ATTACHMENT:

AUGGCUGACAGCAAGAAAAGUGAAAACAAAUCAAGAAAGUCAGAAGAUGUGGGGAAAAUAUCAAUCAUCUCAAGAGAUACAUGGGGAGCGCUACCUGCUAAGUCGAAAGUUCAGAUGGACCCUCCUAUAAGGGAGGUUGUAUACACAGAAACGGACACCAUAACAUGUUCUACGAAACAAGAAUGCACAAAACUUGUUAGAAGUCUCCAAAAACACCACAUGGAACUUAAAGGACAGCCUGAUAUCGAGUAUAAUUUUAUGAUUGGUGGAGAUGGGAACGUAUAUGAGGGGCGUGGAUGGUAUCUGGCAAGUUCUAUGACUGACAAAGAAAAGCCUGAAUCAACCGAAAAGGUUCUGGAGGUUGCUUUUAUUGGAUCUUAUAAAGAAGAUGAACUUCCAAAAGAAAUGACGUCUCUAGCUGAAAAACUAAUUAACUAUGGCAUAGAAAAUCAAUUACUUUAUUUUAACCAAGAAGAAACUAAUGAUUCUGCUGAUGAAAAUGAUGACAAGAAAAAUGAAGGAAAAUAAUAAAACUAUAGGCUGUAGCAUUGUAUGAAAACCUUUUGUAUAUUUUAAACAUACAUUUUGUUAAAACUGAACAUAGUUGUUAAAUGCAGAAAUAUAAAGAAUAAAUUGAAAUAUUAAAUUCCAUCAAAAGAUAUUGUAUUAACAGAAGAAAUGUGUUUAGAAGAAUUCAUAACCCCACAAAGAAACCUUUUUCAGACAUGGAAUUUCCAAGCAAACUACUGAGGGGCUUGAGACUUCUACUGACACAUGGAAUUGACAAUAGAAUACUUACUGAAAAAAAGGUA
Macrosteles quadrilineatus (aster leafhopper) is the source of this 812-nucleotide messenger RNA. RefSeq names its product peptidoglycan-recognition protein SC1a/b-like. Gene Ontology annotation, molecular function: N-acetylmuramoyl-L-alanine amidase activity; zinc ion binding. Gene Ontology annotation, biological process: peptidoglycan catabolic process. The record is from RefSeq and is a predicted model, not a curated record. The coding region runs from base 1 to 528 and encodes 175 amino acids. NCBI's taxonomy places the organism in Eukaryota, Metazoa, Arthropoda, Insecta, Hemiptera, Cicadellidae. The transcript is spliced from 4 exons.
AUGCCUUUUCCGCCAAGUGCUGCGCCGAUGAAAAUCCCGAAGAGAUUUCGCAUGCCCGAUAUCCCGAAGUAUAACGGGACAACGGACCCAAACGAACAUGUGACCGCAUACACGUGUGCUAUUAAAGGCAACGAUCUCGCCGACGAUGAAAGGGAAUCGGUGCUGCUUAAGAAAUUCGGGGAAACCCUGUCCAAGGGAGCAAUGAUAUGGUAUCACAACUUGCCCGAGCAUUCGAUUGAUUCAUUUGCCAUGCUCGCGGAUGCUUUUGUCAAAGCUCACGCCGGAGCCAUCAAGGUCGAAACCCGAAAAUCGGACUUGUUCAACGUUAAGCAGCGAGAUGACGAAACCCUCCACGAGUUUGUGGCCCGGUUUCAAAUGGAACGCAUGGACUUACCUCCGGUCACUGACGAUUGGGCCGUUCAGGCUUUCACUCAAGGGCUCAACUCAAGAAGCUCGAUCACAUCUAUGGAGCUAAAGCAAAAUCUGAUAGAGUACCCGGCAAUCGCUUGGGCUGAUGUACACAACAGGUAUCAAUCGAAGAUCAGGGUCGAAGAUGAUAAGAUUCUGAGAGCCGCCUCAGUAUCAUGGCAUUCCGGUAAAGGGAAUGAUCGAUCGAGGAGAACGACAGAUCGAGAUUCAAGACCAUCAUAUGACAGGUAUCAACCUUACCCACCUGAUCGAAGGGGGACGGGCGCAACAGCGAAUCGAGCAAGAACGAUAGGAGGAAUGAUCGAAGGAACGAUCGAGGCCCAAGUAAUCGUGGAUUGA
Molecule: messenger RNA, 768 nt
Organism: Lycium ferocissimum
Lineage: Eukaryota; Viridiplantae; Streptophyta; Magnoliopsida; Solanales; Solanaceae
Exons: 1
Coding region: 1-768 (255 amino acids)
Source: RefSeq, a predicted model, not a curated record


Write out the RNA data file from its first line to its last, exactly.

AUGGCUGACAGCAAGAAAAGUGAAAACAAAUCAAGAAAGUCAGAAGAUGUGGGGAAAAUAUCAAUCAUCUCAAGAGAUACAUGGGGAGCGCUACCUGCUAAGUCGAAAGUUCAGAUGGACCCUCCUAUAAGGGAGGUUGUAUACACAGAAACGGACACCAUAACAUGUUCUACGAAACAAGAAUGCACAAAACUUGUUAGAAGUCUCCAAAAACACCACAUGGAACUUAAAGGACAGCCUGAUAUCGAGUAUAAUUUUAUGAUUGGUGGAGAUGGGAACGUAUAUGAGGGGCGUGGAUGGUAUCUGGCAAGUUCUAUGACUGACAAAGAAAAGCCUGAAUCAACCGAAAAGGUUCUGGAGGUUGCUUUUAUUGGAUCUUAUAAAGAAGAUGAACUUCCAAAAGAAAUGACGUCUCUAGCUGAAAAACUAAUUAACUAUGGCAUAGAAAAUCAAUUACUUUAUUUUAACCAAGAAGAAACUAAUGAUUCUGCUGAUGAAAAUGAUGACAAGAAAAAUGAAGGAAAAUAAUAAAACUAUAGGCUGUAGCAUUGUAUGAAAACCUUUUGUAUAUUUUAAACAUACAUUUUGUUAAAACUGAACAUAGUUGUUAAAUGCAGAAAUAUAAAGAAUAAAUUGAAAUAUUAAAUUCCAUCAAAAGAUAUUGUAUUAACAGAAGAAAUGUGUUUAGAAGAAUUCAUAACCCCACAAAGAAACCUUUUUCAGACAUGGAAUUUCCAAGCAAACUACUGAGGGGCUUGAGACUUCUACUGACACAUGGAAUUGACAAUAGAAUACUUACUGAAAAAAAGGUA
Macrosteles quadrilineatus (aster leafhopper) is the source of this 812-nucleotide messenger RNA. RefSeq names its product peptidoglycan-recognition protein SC1a/b-like. Gene Ontology annotation, molecular function: N-acetylmuramoyl-L-alanine amidase activity; zinc ion binding. Gene Ontology annotation, biological process: peptidoglycan catabolic process. The record is from RefSeq and is a predicted model, not a curated record. The coding region runs from base 1 to 528 and encodes 175 amino acids. NCBI's taxonomy places the organism in Eukaryota, Metazoa, Arthropoda, Insecta, Hemiptera, Cicadellidae. The transcript is spliced from 4 exons.
AUGCCUUUUCCGCCAAGUGCUGCGCCGAUGAAAAUCCCGAAGAGAUUUCGCAUGCCCGAUAUCCCGAAGUAUAACGGGACAACGGACCCAAACGAACAUGUGACCGCAUACACGUGUGCUAUUAAAGGCAACGAUCUCGCCGACGAUGAAAGGGAAUCGGUGCUGCUUAAGAAAUUCGGGGAAACCCUGUCCAAGGGAGCAAUGAUAUGGUAUCACAACUUGCCCGAGCAUUCGAUUGAUUCAUUUGCCAUGCUCGCGGAUGCUUUUGUCAAAGCUCACGCCGGAGCCAUCAAGGUCGAAACCCGAAAAUCGGACUUGUUCAACGUUAAGCAGCGAGAUGACGAAACCCUCCACGAGUUUGUGGCCCGGUUUCAAAUGGAACGCAUGGACUUACCUCCGGUCACUGACGAUUGGGCCGUUCAGGCUUUCACUCAAGGGCUCAACUCAAGAAGCUCGAUCACAUCUAUGGAGCUAAAGCAAAAUCUGAUAGAGUACCCGGCAAUCGCUUGGGCUGAUGUACACAACAGGUAUCAAUCGAAGAUCAGGGUCGAAGAUGAUAAGAUUCUGAGAGCCGCCUCAGUAUCAUGGCAUUCCGGUAAAGGGAAUGAUCGAUCGAGGAGAACGACAGAUCGAGAUUCAAGACCAUCAUAUGACAGGUAUCAACCUUACCCACCUGAUCGAAGGGGGACGGGCGCAACAGCGAAUCGAGCAAGAACGAUAGGAGGAAUGAUCGAAGGAACGAUCGAGGCCCAAGUAAUCGUGGAUUGA
Molecule: messenger RNA, 768 nt
Organism: Lycium ferocissimum
Lineage: Eukaryota; Viridiplantae; Streptophyta; Magnoliopsida; Solanales; Solanaceae
Exons: 1
Coding region: 1-768 (255 amino acids)
Source: RefSeq, a predicted model, not a curated record